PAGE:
Three weeks after unexpectedly saying he was considering a third run for president, Mitt Romney updated supporters Friday to say the opposite.
The Republican Party's 2012 nominee, who also sought the nomination in 2008, said just moments ago that he would not seek the GOP nod in 2016.
The former Massachusetts governor shared his decision on a call with a small group of advisers, then in a second call to a larger group of supporters.
"After putting considerable thought into making another run for president, I’ve decided it is best to give other leaders in the Party the opportunity," he said.
By not pursuing a third White House bid, the 67-year-old Romney frees up scores of donors and operatives who had been awaiting his decision.
In turn, that creates space for other potential center-right candidates with whom those donors and operatives might align, such as Jeb Bush.
Once Romney expressed renewed interest in another presidential run, his loyal contributors, staff members and supporters went into a holding pattern.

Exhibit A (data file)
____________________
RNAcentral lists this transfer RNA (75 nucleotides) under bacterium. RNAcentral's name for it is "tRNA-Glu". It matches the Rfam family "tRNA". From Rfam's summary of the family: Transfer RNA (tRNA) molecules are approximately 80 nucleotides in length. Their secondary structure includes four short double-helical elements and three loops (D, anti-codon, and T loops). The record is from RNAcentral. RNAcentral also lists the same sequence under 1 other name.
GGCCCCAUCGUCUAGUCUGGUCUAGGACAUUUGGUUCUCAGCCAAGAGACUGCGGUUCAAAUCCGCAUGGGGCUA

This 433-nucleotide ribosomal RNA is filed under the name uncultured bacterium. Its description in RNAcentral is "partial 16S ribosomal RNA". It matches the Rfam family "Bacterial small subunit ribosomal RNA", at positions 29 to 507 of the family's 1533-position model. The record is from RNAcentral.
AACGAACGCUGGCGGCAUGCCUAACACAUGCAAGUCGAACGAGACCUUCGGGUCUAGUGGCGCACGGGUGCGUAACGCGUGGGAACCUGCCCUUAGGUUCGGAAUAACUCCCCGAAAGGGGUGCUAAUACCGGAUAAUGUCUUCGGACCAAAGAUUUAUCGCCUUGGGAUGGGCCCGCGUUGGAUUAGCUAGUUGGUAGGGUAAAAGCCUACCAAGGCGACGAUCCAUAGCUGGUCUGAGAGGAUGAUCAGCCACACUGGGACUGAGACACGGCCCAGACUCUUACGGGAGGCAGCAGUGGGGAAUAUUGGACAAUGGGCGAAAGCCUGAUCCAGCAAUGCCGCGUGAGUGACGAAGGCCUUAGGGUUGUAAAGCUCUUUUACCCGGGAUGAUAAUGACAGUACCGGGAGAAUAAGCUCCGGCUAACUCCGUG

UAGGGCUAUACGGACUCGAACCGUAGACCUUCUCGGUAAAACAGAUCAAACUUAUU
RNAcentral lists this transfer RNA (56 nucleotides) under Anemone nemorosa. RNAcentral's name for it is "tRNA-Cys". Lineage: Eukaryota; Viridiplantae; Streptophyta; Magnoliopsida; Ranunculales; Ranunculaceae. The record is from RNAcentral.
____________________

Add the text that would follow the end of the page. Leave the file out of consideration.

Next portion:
The idea of a third Romney candidacy also prompted some backlash in Republican circles, and some of his former aides and donors moved on.
In a four-hour meeting last week, Romney's 2012 team relayed that while they felt he would be a great president, they could not urge a third run.
One by one, loyal supporters talked about surveying their troops from 2012, and finding that the enthusiasm and support were just not there.
Advance staff members, who had been eager to gas up their cars and race to Boston in the last cycle to work for him, were no longer as eager.
The situation with potential staff members, strategists, volunteers and donors was going to be an uphill climb, they said, and too much to overcome.
In an appearance at Mississippi State University on Wednesday, Romney was still sounding themes that could have shaped another campaign.
At the same, he also lamented the nature of the political process and offered a dose of barely veiled self-criticism stemming from his last defeat.
The 2012 election results show a fairly close race, but nevertheless, a clear defeat to an incumbent long seen by the opposition as vulnerable.
Friday’s farewell call seemed to be bittersweet for the Romney family, with his wife Ann Romney also thanking supporters for their longtime help.
Fittingly, even as he shared the news with his former staff members, Romney’s voice fell off the line as the connection was suddenly dropped.